More than two decades before becoming a top contender to be President Joe Biden's Supreme Court nominee, a young Ketanji Brown Jackson sat across from Justice Clarence Thomas, reportedly perplexed by how someone of his background -- not so different from her own -- could have developed such a conservative bent.
"I don't understand you,'" Jackson, who clerked for Justice Stephen Breyer from 1999 to 2000, remembered thinking, according to a 2007 biography of Thomas, "Supreme Discomfort: The Divided Soul of Clarence Thomas."
"'You sound like my parents. You sound like the people I grew up with.' But the lessons he tended to draw from the experiences of the segregated South seemed to be different than those of everybody I know," the book, by authors Kevin Merida and Michael Fletcher, said Jackson thought as she and Thomas shared lunch.
Jackson acknowledged doing an interview for the book during her confirmation hearings last year for the U.S. Court of Appeals.
Her reported candid reflection offers a glimpse into how she perceived Thomas, a polarizing figure who may soon be her colleague, and illustrates what could be a compelling new wrinkle to the court's makeup.
If Biden taps Jackson for the role, as many commentators expect, it will be the first time two African Americans share the bench. Experts say the dissonance between Jackson, 51, and Thomas, 73, may present a fresh opportunity to explore racial identity, experience and expectations.
"We're now going to actually see at least one layer of the diversity of Black political thought in the United States -- it's going to be on display for the world to see," said Leah Wright-Rigueur, a professor in public policy at Harvard University. "That's a really big deal."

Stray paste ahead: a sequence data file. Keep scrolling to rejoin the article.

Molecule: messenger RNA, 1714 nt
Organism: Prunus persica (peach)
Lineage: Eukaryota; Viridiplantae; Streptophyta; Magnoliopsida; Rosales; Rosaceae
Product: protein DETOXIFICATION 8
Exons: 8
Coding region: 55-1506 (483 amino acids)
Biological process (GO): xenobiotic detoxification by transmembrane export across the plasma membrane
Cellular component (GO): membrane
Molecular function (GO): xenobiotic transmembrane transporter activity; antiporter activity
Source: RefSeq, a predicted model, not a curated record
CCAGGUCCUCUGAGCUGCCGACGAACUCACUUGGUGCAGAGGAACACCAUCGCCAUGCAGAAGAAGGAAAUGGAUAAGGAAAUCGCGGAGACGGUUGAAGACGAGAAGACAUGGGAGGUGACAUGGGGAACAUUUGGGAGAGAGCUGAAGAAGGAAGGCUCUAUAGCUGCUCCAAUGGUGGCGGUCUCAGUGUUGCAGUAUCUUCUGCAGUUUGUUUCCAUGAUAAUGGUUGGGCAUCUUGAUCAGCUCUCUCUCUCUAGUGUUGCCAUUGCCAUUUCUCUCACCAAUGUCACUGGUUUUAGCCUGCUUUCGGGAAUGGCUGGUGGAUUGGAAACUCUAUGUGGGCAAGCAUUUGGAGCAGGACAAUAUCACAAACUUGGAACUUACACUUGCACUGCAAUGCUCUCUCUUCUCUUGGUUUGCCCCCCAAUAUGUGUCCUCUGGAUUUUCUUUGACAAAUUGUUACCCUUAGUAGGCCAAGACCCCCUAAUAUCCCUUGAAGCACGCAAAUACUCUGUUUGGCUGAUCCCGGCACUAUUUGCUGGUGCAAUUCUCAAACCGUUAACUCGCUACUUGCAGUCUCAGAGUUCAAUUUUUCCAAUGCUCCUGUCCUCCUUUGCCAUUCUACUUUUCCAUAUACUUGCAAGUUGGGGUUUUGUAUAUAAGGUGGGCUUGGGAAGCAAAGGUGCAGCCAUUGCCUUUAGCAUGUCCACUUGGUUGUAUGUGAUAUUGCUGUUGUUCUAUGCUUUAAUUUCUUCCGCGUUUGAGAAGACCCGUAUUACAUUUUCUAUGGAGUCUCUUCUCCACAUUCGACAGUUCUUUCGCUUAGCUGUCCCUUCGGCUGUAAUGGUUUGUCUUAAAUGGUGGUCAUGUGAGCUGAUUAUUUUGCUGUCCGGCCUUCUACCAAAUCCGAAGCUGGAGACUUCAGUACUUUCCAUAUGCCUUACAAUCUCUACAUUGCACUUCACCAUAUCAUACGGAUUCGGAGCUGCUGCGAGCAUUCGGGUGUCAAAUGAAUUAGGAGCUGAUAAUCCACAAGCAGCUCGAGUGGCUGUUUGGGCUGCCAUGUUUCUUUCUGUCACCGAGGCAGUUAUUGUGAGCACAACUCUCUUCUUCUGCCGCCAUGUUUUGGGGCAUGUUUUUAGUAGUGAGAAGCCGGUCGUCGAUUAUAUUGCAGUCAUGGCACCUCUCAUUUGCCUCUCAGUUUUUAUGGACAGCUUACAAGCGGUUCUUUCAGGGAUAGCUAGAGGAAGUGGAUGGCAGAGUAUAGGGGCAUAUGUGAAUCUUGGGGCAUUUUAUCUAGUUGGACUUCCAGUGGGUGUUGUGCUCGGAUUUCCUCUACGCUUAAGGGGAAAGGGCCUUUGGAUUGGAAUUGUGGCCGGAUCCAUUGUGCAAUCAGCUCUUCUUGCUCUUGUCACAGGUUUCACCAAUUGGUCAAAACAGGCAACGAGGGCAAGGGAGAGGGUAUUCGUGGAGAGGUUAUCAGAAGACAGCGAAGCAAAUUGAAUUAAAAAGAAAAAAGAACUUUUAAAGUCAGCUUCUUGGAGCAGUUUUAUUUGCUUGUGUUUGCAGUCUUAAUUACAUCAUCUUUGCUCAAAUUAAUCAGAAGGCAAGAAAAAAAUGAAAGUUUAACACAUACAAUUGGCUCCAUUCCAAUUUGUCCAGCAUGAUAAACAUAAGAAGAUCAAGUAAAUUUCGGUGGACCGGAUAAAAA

Some Black legal scholars ABC News spoke to noted why Jackson and other Black Americans who share in her cultural experience might be puzzled by Thomas' conservative judicial philosophy, which critics say has encouraged policies that have disenfranchised minority communities.
Yvette Simpson, an ABC News contributor and CEO of Democracy for America, a progressive political action committee, characterized Jackson's observation of Thomas as "an honest reflection from someone who was trying to understand a man who grew up in one world and seems to be emulating something totally different."
Experts point out that Thomas' background and upbringing bears similarities to the one that molded Jackson. Both were raised in middle- or working-class Black families in the South and attended predominantly white institutions -- including Ivy League law schools.
"[Jackson] recognizes Clarence Thomas … there's a familiarity there," said Wright-Rigueur. "They have a very similar trajectory and very similar experiences, and yet, they come to such radically different spaces politically and ideologically."
As the court's longest-serving justice, Thomas has emerged in recent years as possibly the most visible Black conservative in the country. Notoriously sparing in his comments from the bench in his earlier years, Thomas boasts an unblemished record of siding with the conservative block in politically charged cases. In the past few years, he's become one of the most loquacious justices and, as the court's senior justice, is given the privilege of asking the first questions at oral arguments.
Data shows Thomas' views conflict with a large cross-section of Black voting behavior in America. In the 2020 presidential election, for example, Biden landed 92% support from Black voters -- a figure consistent with previous national voting sentiments.
But Black voters' overwhelming support for Democrats "obscures a much more complicated story," said Wright-Rigueur. The Pew Research Center found in 2020 that a quarter of Black Democrats characterize their views as conservative.